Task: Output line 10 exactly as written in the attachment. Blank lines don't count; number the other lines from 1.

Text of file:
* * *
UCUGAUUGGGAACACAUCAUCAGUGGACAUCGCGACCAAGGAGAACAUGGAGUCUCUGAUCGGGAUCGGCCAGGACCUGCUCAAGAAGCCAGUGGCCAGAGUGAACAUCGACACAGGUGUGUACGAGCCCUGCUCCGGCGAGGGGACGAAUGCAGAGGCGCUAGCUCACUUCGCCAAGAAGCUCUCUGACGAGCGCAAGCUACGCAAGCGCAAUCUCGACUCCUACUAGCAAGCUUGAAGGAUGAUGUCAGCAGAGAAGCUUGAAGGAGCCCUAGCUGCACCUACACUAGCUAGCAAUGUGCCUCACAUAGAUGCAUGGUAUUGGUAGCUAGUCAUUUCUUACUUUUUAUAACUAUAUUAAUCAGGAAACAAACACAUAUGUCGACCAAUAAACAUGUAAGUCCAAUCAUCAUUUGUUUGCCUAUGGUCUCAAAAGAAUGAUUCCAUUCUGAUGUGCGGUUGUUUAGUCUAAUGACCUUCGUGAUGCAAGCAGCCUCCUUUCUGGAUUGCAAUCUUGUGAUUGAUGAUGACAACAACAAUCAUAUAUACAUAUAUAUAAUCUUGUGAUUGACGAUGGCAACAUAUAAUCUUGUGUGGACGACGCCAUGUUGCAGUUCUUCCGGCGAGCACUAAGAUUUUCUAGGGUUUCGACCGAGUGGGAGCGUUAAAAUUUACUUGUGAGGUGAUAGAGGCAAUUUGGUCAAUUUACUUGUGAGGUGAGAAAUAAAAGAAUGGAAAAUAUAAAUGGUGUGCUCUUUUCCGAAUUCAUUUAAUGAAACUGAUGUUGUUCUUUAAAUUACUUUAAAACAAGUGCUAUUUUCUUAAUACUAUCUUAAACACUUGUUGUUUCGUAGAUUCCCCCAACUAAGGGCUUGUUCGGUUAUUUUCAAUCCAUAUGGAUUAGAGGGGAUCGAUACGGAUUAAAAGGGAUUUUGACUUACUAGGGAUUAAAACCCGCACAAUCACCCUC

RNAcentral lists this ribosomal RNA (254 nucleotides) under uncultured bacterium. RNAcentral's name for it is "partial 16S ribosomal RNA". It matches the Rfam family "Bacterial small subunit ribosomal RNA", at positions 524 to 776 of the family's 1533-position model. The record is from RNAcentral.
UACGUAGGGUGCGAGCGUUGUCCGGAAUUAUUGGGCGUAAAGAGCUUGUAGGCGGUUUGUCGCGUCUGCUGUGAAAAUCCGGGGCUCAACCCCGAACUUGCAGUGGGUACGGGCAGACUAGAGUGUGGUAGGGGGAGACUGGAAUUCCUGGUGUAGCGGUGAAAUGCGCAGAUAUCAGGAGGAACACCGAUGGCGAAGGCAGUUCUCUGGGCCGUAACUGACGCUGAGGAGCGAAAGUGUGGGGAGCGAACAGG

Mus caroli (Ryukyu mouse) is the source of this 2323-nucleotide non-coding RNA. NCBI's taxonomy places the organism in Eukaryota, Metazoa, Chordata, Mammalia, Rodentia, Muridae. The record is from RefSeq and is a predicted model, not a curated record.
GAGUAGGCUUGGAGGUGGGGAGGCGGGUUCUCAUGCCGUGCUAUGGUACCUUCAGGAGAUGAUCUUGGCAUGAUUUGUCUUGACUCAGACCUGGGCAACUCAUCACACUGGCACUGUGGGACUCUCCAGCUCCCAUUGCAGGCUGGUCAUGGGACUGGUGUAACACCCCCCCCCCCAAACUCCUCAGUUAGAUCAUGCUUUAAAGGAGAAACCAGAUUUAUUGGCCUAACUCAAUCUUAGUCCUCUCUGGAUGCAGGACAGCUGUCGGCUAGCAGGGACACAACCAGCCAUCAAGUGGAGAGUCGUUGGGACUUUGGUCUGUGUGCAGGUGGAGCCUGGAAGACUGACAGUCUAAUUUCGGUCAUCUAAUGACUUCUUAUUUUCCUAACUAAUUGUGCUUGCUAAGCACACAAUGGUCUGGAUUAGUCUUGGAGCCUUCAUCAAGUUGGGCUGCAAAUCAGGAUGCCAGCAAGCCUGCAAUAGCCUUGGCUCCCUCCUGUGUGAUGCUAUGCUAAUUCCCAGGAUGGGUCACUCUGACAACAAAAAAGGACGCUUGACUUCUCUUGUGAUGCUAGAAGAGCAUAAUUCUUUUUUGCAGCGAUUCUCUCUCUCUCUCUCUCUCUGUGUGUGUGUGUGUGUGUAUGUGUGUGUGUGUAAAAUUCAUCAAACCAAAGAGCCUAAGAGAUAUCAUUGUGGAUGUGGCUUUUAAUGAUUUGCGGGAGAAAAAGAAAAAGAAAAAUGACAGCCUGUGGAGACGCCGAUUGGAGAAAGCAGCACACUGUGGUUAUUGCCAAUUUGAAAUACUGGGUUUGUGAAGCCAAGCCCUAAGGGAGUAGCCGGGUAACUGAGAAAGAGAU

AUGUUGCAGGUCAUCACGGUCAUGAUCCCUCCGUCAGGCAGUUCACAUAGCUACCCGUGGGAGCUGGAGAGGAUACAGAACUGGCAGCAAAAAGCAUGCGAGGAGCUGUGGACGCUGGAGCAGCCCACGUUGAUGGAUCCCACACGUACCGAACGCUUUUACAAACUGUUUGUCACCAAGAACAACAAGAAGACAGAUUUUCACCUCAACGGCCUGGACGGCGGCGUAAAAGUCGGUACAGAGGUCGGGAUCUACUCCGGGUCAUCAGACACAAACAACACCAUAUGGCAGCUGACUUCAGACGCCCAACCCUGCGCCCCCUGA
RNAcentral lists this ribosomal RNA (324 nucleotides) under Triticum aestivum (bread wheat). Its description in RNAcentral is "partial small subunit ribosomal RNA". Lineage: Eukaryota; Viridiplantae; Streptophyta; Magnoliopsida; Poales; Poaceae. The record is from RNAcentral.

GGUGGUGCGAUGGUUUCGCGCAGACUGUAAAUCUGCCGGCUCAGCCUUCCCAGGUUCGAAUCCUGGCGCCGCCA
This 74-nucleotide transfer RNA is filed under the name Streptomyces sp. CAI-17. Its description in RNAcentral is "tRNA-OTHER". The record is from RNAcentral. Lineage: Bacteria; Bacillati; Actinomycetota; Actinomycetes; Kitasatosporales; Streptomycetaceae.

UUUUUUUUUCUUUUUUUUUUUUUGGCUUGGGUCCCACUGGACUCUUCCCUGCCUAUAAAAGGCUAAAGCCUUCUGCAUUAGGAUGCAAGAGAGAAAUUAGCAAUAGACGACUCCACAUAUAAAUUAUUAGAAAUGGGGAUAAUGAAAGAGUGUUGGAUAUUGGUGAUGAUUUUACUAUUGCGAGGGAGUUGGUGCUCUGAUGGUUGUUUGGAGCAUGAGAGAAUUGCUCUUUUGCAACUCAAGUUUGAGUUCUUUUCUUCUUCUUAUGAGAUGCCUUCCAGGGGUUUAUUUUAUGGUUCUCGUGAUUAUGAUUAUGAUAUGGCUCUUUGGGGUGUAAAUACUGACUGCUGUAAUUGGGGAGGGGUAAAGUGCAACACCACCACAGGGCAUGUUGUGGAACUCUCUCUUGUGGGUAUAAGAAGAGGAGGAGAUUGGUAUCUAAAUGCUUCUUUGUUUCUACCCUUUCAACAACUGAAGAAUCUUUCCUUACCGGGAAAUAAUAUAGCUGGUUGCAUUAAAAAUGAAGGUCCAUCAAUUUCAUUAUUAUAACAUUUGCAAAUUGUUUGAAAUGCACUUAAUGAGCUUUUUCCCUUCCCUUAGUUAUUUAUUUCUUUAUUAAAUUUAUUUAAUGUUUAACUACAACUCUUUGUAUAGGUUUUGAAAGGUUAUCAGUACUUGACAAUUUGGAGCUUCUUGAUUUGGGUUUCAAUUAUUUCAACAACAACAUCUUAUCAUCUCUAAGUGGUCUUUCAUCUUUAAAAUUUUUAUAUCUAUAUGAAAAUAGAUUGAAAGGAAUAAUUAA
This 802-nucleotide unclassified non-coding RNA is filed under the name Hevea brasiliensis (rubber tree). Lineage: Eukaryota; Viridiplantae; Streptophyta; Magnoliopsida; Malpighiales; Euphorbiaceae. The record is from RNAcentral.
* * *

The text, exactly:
UUUUUUUUUCUUUUUUUUUUUUUGGCUUGGGUCCCACUGGACUCUUCCCUGCCUAUAAAAGGCUAAAGCCUUCUGCAUUAGGAUGCAAGAGAGAAAUUAGCAAUAGACGACUCCACAUAUAAAUUAUUAGAAAUGGGGAUAAUGAAAGAGUGUUGGAUAUUGGUGAUGAUUUUACUAUUGCGAGGGAGUUGGUGCUCUGAUGGUUGUUUGGAGCAUGAGAGAAUUGCUCUUUUGCAACUCAAGUUUGAGUUCUUUUCUUCUUCUUAUGAGAUGCCUUCCAGGGGUUUAUUUUAUGGUUCUCGUGAUUAUGAUUAUGAUAUGGCUCUUUGGGGUGUAAAUACUGACUGCUGUAAUUGGGGAGGGGUAAAGUGCAACACCACCACAGGGCAUGUUGUGGAACUCUCUCUUGUGGGUAUAAGAAGAGGAGGAGAUUGGUAUCUAAAUGCUUCUUUGUUUCUACCCUUUCAACAACUGAAGAAUCUUUCCUUACCGGGAAAUAAUAUAGCUGGUUGCAUUAAAAAUGAAGGUCCAUCAAUUUCAUUAUUAUAACAUUUGCAAAUUGUUUGAAAUGCACUUAAUGAGCUUUUUCCCUUCCCUUAGUUAUUUAUUUCUUUAUUAAAUUUAUUUAAUGUUUAACUACAACUCUUUGUAUAGGUUUUGAAAGGUUAUCAGUACUUGACAAUUUGGAGCUUCUUGAUUUGGGUUUCAAUUAUUUCAACAACAACAUCUUAUCAUCUCUAAGUGGUCUUUCAUCUUUAAAAUUUUUAUAUCUAUAUGAAAAUAGAUUGAAAGGAAUAAUUAA